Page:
taking one frame at a time since 1999

Hello friends, I finally managed to solve completely the flickering in my tests, the solution was to use LED lamps powered by 12v, on this site can see an example:

Now, about to start animating, I have a new problem: I use 4 lamps, then there are 4 shadows on stage produced by the 4 lights on the character.
How do you solved the problem of the shadows? Perhaps a Light Tent?

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Why 4 lights? Are you using 4-point lighting? If so keep in mind that's really a trick used by still photographers for portrait shots - not so much for movie lighting, unless it's for closeups where you won't see the floor and the shadows. 

If I light a puppet and one side of it looks too dark I'll usually fix that by putting a reflector on that side, just reflecting back some of the direct light coming from the main source. The reflected light is very soft and diffused and doesn't usually cast a shadow, or at least not a hard well defined shadow. 

Another thing you can do is use soft lighting for one or more of your main light sources. To soften a light you either diffuse it or reflect it. This is why I recommend using the Chinese paper lanterns, which are basically big inexpensive softboxes for creating very soft diffused light. 

Generally speaking I'll try to use one main hard light source in a given area of a set and then a big Chinese paper lantern to fill in the shadows on the dark side of puppets. Well, not always, that's just one way to do it. But once you understand the principle of using soft light to fill in shadows then you can set up all kinds of lighting situations and control shadows much better.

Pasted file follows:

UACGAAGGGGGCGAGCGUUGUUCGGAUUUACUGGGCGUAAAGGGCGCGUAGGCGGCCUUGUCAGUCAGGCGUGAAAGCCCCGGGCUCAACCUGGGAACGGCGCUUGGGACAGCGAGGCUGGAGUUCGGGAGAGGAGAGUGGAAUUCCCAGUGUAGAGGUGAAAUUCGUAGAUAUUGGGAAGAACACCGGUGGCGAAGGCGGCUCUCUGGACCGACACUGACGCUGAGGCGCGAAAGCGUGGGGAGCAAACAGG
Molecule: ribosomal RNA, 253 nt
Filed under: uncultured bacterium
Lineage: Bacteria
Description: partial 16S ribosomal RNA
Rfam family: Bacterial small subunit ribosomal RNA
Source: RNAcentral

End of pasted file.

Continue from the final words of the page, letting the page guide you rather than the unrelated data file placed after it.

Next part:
Hi, I can use less lights, that's not the problem. The problem is that the lights produce a hard well defined shadow. 

Ok then you need to soften the lights. You can do that either by reflecting it, so it's not direct anymore, or by putting some kind of diffuser in front of your light sources, like tracing paper or a coffee filter or something. Just be careful if the lights are hot so you don't put any diffuser too close and let heat build up. 

LED lights shouldn't be hot, but I know they do tend to cast a very hard beam.

Any light is going to cast a shadow you can't escape that -   The trick is in placing the lights and camera relatively so that you don't see obvious multiple shadows in the frame.

Consider the shadows as a strength.  Your frame is basically a construct of light and shade, every shot in every film since the dawn of film making has had awkward shadows to contend with and sculpting the light on set is no less a skill than puppet fabrication or indeed animating the scene. Enjoy it! It's a creative task with so many variables that only you as the filmmaker can decide what looks best in your film.

Strider offers some useful techniques but there are a million more.  You can make sure the shadows are cast off-screen or use a piece of expanded polystyrene to bounce some light back into them so they're not so hard. Point the key light sources away from the puppet and bounce the whole light back at the scene.  Position the light further away from the set so that the intensity is lower and the spot bigger.  Put things (trees, windows, fences) in front of the lights but off screen so that you cast deliberate shadows - Use different coloured lights.... etc.

There's no catch all solution - it depends on what you want the scene to look like.  I frequently spend up to four or five hours lighting shots to get the feel exactly right - The way I figure it: The shot's going to take two weeks to complete, what's time?!